He raised his eyes and watched a guard walk by, looking at him with as much warmth as he might show when checking to make sure the toilet was still there. “Hi,” he said impulsively. “Sir.”
The guard stopped, his expression unchanging. “Do you need something, sir?” Why else would the cell furnishings be speaking to him? It was a question asked not out of concern, but vague irritation.
“No, sir,” Sheppard responded quietly. “Well, some movies might be nice. Few rounds of golf perhaps?” He realized he sounded like a smartass, and while being one in the hands of the enemy was a sport he enjoyed perfecting, this was not the time or the place. “Sorry, sir. Disregard.”
The guard moved on without blinking, and Sheppard closed his eyes again.
You are a disgrace, and a dangerous one. Let me make one thing clear. We pulled you out of that jail because we don’t leave our people in enemy hands. But I will see you in Leavenworth for this.
“We’ll get you out, son.” Sheppard wanted to dislike the high-powered attorney his father had hired, being as the act had been motivated less out of concern for his son than by a desire to ensure that the family name, the business name, remained untarnished. But he didn’t. The man was intelligent and direct, just warm enough for a stranger without pretending to be his best friend or treating him as something fragile.
“Whether they want to admit it or not, the Air Force is pretty squeamish about convicting former prisoners of war.”
“The prosecutor doesn’t seem to have any qualms,” said Sheppard. “Neither do my former commanding officers.”
“Which is why we go higher,” said the lawyer patiently. “To people who have no personal stake in this case, and are more likely to look at the overall picture. I don’t expect your career to ever recover from this, but I think I can plea-bargain you into a slap on the wrist and a flight assignment in the middle of nowhere. Behave yourself in the brig, and our chances are good.”
“Thank you, sir,” he said sincerely. “If they let me back in the air â€“ that would be a dream come true. Even if they put me in Leavenworth first â€“ I would do anything for this.”
The attorney looked him in the eye with genuine warmth. “You seem like a very fine young officer. I promise you I will find someone who agrees with me.”
“With respect â€“ sir, I don’t think it works that way. If this were a matter of giving someone puppy-dog eyes and asking them to forgive me, I’d â€“”
His lawyer held up his hand. “Anything can be politicized. And when politics come into play, it’s amazing how often the law steps aside. I’m good at this job for a reason, and sadly it’s not because I know my way around a law library.” He stood. “Trust me, son.”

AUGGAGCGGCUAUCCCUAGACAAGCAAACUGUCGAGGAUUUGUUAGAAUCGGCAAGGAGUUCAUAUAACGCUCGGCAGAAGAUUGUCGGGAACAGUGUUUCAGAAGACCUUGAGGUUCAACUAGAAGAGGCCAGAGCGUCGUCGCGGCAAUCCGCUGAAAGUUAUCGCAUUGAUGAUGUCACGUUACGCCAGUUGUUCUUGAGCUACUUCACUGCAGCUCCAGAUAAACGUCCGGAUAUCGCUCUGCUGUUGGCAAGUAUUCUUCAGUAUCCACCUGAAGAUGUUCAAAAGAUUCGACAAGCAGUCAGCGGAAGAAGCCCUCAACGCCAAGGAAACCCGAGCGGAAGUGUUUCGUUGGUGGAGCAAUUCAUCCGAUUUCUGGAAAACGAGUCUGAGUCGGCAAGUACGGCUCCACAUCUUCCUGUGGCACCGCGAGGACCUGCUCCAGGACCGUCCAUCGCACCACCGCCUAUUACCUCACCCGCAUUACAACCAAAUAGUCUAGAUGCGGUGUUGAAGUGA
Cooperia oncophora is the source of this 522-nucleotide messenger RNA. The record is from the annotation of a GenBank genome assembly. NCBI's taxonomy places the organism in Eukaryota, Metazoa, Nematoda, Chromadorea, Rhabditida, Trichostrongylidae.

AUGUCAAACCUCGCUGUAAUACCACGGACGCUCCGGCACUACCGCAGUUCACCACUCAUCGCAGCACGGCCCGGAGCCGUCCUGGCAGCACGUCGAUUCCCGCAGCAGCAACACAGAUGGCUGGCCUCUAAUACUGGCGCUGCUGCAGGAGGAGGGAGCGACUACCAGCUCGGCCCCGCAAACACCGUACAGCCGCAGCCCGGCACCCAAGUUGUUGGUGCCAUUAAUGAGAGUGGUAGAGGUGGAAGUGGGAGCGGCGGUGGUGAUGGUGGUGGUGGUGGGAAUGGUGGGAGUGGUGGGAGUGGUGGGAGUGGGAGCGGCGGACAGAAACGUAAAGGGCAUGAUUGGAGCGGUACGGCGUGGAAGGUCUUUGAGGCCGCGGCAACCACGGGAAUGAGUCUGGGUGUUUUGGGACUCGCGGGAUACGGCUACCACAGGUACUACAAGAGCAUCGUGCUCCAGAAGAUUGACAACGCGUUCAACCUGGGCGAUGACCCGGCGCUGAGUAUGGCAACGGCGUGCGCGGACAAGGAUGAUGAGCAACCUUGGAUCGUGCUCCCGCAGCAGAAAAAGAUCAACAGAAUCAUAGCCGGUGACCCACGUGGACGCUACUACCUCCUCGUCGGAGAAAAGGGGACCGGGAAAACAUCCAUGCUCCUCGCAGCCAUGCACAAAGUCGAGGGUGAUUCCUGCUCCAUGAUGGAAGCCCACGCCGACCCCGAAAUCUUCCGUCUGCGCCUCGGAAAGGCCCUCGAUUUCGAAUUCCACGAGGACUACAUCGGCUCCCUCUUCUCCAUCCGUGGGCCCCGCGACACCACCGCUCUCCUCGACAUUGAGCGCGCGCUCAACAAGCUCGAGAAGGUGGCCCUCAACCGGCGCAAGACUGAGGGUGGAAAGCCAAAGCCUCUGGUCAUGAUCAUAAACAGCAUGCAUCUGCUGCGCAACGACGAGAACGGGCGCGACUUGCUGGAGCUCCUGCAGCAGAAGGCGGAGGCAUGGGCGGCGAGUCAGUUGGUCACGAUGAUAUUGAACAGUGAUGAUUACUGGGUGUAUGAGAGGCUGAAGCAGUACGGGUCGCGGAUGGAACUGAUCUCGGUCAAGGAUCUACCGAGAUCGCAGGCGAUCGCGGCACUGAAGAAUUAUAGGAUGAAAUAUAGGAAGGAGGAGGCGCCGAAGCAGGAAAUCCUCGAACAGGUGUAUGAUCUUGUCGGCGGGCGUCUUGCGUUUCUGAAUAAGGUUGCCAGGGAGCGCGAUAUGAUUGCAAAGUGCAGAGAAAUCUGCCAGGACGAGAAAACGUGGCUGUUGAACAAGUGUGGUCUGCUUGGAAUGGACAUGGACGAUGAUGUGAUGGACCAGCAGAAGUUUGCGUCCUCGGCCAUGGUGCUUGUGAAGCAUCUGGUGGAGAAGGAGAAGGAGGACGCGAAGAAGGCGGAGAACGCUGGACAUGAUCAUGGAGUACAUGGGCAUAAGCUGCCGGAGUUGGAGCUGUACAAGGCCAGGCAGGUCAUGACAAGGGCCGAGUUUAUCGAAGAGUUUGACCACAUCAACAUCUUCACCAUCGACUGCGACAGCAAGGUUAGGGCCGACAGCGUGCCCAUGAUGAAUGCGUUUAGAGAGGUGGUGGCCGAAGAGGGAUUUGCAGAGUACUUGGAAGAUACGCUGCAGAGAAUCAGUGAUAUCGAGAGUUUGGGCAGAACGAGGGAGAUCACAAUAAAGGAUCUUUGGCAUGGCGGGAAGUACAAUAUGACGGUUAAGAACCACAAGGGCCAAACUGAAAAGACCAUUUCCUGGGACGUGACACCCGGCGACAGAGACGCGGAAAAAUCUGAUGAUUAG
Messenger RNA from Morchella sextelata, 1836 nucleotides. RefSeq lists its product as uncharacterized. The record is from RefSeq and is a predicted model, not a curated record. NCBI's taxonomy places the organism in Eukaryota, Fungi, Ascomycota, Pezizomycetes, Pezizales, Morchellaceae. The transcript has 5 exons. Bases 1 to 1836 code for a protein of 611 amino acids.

You must have some powerful friends, Shep. I can’t believe you got away with it.
No, not really. Powerful father.
Same thing, right?
Sitting in the worn, cramped seat of the helicopter and pulling down the canopy, a more delicate sensation tugged at him. Affection. He ran his thumb across one of the gauges, wiping away invisible dirt, because damn it, a grown man didn’t caress a helicopter. Home. I’m home. He closed his eyes for a brief moment, and started going through his pre-flights.
The Antarctic posting was a punishment duty, the sort of fate commanding officers liked to jokingly threaten. You’ll be flying choppers in the Antarctic if you keep this up. The mere assignment there carried with it unspoken the fact that you were on too many shit-lists to even count.
To John Sheppard, at this point in his life, it sounded like paradise. Far away from anyone who condemned him. Cold, quiet beauty, and helicopters to fly through it. No gunfire, no ragged, bloody bodies, no suffocating desert heat. Just snow, ice, and fresh faces that wouldn’t know the sticky details of his past. A year ago it would have sounded boring, but right now he could stand a few years with no wars to fight.
G-forces pushed him back in his seat, and the sensation washed over him like a healing wave. The ground was gone, the familiar chop of the rotors surrounding him, and suddenly it was okay. The numbness fell away, the carefully constructed memories and alternate realities no longer needed to protect him. This reality was all he needed, all he could ask for.
Relief filled his body to the very core as he raced away from the ground, and he knew. As long as they kept letting him fly, he was going to be okay. For the first time in months, his face broke in an unabashed, joyful grin. It’s all going to be okay.